Aug 24, 2017

3 Steps to Alleviate Money Issues in Your Relationship

By Byron Ellis

Relationships are hard work. Don’t get me wrong. They are worth the fight. But they are still work. I have seen many studies on money and it’s potentially negative effect on relationships. I talk to many couples and I have counseled my fair share of people that were having issues centered on money. If you love someone but can’t stop bickering over money, what can you do? I suggest three steps that may not change the way each of you views the finances in your relationship, but could help smooth out the arguments over the green bills.

  1. Determine how each of you are wired. We all have different upbringings and life experiences. Many things can contribute to how we think about money. Things like your parent’s teachings, how you grew up, your first job, and your life lessons about money. Your great grandparent’s biases may even come into play. It is not right or wrong. We are who we are. The problem is that many times we are different than our partner and this can cause issues. The first step is to learn about how the person that you care about thinks about money. We have created a 7 question quiz with the help of some really smart people that may be able to help. We have narrowed down 3 “Money Mind® types”: Fear, Commitment and Happiness. A Fear based Money Mind® will tend to always want to save their money. A Commitment based Money Mind® gets pleasure giving the money to those that they care about. Finally, a Happiness based Money Mind® loves buying things and experiencing life. Many people have a combination of two or more but the point here is to understand how you and your spouse think about money. For example, I have seen couples with a Fear and Happiness Money Mind® butting heads on just about anything money. Why? Well, one person wants to save for the future and one wants to enjoy life. Neither person is wrong but without talking about the elephant in the room each will tend to lean further toward their own bias and this rarely ends up good.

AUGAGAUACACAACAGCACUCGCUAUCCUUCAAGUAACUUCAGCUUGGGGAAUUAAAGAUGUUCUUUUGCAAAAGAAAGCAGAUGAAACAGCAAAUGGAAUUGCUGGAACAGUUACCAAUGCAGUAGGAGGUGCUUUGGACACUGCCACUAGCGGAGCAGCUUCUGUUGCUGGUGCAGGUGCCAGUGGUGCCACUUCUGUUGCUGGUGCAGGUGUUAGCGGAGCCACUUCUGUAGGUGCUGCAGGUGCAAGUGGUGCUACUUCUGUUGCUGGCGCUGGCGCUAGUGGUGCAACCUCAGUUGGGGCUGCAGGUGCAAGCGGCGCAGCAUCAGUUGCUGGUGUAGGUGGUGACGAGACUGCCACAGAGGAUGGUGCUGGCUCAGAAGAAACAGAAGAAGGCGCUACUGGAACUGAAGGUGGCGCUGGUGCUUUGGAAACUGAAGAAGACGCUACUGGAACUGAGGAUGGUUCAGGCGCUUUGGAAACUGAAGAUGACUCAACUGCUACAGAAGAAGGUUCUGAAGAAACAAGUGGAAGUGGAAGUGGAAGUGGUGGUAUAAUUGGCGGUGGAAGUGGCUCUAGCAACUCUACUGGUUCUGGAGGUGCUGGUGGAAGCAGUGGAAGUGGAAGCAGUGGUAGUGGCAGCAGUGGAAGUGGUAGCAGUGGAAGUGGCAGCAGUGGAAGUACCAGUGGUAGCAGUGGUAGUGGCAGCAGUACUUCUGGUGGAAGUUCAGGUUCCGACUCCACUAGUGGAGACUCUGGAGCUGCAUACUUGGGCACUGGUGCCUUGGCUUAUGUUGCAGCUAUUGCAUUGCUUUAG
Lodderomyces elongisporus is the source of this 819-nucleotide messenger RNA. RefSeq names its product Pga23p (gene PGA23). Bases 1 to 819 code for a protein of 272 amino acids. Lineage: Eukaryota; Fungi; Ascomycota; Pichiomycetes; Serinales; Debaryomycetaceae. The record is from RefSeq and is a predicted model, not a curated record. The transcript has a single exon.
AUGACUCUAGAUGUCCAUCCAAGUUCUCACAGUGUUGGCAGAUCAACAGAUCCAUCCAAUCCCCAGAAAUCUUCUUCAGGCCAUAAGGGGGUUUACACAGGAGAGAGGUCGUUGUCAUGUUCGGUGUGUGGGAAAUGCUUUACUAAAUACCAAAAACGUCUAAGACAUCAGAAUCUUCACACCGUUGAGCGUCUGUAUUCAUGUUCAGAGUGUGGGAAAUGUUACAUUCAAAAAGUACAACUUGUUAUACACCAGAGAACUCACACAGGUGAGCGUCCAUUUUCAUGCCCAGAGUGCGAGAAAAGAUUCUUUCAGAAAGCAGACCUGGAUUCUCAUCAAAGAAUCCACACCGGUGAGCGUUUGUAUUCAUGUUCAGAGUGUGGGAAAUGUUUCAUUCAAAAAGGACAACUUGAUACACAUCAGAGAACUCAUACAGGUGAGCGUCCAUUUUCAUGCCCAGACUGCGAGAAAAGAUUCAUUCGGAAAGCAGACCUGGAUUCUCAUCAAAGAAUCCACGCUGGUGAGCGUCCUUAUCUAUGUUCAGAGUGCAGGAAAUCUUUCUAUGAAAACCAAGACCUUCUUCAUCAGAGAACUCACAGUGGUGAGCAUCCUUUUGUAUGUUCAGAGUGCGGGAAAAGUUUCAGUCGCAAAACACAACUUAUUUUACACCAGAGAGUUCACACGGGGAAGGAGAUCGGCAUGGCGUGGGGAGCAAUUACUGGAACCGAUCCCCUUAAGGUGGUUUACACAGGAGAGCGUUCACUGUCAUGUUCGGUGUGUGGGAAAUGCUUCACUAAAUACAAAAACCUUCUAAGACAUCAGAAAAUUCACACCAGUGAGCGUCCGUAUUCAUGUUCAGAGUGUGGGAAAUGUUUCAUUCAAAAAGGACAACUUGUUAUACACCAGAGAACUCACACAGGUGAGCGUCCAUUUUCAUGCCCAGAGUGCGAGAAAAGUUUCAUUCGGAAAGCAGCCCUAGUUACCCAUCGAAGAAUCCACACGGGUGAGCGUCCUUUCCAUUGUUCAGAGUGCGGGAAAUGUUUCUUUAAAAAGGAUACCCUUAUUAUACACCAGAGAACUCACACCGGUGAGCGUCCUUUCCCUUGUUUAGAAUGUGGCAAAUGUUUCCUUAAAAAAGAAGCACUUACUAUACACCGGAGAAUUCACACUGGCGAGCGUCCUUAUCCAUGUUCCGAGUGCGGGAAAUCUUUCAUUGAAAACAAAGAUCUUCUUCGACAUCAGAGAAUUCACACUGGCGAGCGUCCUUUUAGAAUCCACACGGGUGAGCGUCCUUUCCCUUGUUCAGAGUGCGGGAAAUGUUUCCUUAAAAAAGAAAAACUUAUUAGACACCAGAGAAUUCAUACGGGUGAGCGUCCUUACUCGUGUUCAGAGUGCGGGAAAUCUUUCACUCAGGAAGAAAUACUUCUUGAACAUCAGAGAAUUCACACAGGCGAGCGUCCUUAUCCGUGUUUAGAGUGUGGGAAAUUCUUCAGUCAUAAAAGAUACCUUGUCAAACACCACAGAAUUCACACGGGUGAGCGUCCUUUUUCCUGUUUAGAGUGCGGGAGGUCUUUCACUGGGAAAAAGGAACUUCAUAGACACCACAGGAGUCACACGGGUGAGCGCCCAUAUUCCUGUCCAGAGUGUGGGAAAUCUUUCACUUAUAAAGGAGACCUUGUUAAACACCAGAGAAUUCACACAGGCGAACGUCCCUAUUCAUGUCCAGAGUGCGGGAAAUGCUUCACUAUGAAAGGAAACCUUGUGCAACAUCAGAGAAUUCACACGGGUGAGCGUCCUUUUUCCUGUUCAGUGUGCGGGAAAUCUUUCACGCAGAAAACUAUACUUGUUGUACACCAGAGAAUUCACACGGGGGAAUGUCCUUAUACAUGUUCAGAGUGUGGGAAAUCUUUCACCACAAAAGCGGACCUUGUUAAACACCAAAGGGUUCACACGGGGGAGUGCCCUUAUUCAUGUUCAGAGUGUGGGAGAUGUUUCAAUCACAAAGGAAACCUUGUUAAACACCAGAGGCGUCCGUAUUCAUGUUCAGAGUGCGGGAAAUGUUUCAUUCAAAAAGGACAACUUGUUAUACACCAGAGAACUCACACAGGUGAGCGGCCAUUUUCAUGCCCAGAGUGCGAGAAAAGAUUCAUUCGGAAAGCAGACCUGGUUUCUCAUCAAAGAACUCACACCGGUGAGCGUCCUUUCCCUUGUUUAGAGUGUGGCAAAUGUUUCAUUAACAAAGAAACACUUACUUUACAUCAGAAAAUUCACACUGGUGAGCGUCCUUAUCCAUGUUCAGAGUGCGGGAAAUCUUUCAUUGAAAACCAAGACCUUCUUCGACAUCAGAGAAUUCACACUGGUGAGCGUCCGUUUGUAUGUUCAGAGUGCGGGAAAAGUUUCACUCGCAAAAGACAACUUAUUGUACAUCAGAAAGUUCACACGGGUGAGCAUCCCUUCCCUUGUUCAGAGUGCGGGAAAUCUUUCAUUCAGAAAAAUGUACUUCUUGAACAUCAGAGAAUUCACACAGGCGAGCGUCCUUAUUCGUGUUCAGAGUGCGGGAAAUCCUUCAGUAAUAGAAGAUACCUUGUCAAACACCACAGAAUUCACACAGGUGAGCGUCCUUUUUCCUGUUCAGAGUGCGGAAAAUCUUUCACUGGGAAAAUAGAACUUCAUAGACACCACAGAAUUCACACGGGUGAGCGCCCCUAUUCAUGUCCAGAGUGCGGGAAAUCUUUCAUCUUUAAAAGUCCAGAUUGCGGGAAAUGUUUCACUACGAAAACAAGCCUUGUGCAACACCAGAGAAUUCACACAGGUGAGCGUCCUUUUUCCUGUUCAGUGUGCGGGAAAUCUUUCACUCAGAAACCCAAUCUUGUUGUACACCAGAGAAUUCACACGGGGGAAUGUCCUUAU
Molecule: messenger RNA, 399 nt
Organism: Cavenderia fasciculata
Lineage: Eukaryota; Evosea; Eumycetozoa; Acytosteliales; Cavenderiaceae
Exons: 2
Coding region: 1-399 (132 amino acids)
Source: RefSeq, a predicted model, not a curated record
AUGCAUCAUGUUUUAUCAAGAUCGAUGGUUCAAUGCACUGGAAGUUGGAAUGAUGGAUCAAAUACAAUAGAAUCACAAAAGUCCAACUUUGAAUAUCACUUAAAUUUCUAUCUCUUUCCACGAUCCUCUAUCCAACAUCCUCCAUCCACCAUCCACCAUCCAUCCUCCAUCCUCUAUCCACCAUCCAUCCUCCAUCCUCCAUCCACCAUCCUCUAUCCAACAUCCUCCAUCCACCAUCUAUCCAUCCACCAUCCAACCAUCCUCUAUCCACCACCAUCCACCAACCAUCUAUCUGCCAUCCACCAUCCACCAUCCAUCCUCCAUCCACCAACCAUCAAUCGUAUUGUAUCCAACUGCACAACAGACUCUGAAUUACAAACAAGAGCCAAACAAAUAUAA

You can take the Money Mind® test HERE. Why not take a minute for you and that person that you care about take the short quiz? Step one out of the way!

  1. Start being honest about everything. Once you have started a dialogue and understand that each of you may be different, fess up about your financial life. If you don’t feel you are understood or don’t feel supported by your partner, it is likely that you have started to “cheat” on them. You might be spending money that they don’t know about. You might be stashing dollars away for the future and keeping it a secret. You might even have a credit card that is known only to you.

My wife and I have a practice of having what we call “Safe Zone Conversations”. These are times that we plan ahead for that helps us to open up and be ourselves without judgement from the other person. The rules are fairly simple: take turns being honest, share your true thoughts and beliefs, and no judging allowed. We are who we are and cannot help that. This same concept can be used when sharing your thoughts…and mistakes…about money. Don’t hold anything back.

  1. Develop a joint vision for your future. I have found that if a couple cannot agree on where they want to go, or more often have not really defined what they want their future to look like, it may be impossible to be on the same “money” page. If you have a saver, or a Fear Money Mind®, and he or she is saving for retirement but their partner does not have a clear vision of what or when that will be, the non-saver might view that money as something they will never see again. How can they be motivated to save if they see it as throwing it away?